This connection to the Bible looks back to part 1 of the lesson: it is from Isaiah that Nephi draws his understanding of the Israelite-Gentile relations that are to govern the “use” of the Book of Mormon. But it also looks forward to part 4 (which I’ll be writing up tomorrow morning): the two books are wrapped up in the work of the council, of the fathers, and they introduce us into the work of the temple in a profound way.

2 Responses to “RS/MP Lesson 4, Part 3: “The Book of Mormon: Keystone of Our Religion” (Joseph Smith Manual)”

  1. […] RS/MP Lesson 4, Part 3: “The Book of Mormon: Keystone of Our Religion” (Joseph Smith&nbs… […]

  2. Robert C. said

    (Here is a link to the lesson online, in case anyone like me is accessing this w/o the manual handy, and on someone else’s computer, so I don’t have the bookmark handy….)

    I love your point about testimony being purely a declaration of subjectivity—too often I think we give “reasons” for our testimony which undermines the force of what testimony is or should be.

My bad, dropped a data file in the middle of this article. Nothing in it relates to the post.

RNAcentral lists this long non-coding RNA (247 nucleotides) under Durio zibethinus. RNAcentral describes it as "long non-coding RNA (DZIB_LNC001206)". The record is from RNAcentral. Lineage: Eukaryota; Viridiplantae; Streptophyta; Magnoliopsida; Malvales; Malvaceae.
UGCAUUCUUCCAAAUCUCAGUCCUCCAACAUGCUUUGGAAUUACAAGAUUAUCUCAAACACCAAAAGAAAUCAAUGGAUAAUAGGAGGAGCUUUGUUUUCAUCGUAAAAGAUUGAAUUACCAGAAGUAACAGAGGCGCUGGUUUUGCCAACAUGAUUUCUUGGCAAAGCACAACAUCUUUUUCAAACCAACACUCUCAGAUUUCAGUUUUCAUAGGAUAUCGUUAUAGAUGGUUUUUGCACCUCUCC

What you say about D&C 107 is fascinating, esp. as a way to think about the relatively hierarchical culture that seems to prevail (currently) in the church, that gives much more “power” (for lack of a better term) to the First Presidency and Quorum of the 12 than to high councils (although one could argue that this “power” is moot in matters of church discipline…).

    Your comment on “precepts” is fascinating, esp. in light of some of our previous discussion of precepts in light of the philosophies of men. In the KJV of Isaiah 29:13, “precepts” translates mitsvah which is more commonly translated “commandment” though it seems to connote a kind of ordering. It seems this verbal sense of ordering is what you are referring to, no? (I haven’t really considered the English connotations or etymology, though it seems a counter-argument would be that Joseph was entrenched in an Enlightenment world where precepts would be a rough synonym for principles….)

    Finally, your discussion of the Book of Mormon and Bible is fascinating in light of the Judah-Joseph split and reconciliation that you’ve discussed at length in your seminary classes. Suggestive perhaps of kind of more general kind of reconciliation between fathers and children; plurality of cultures; present, past, and future; etc.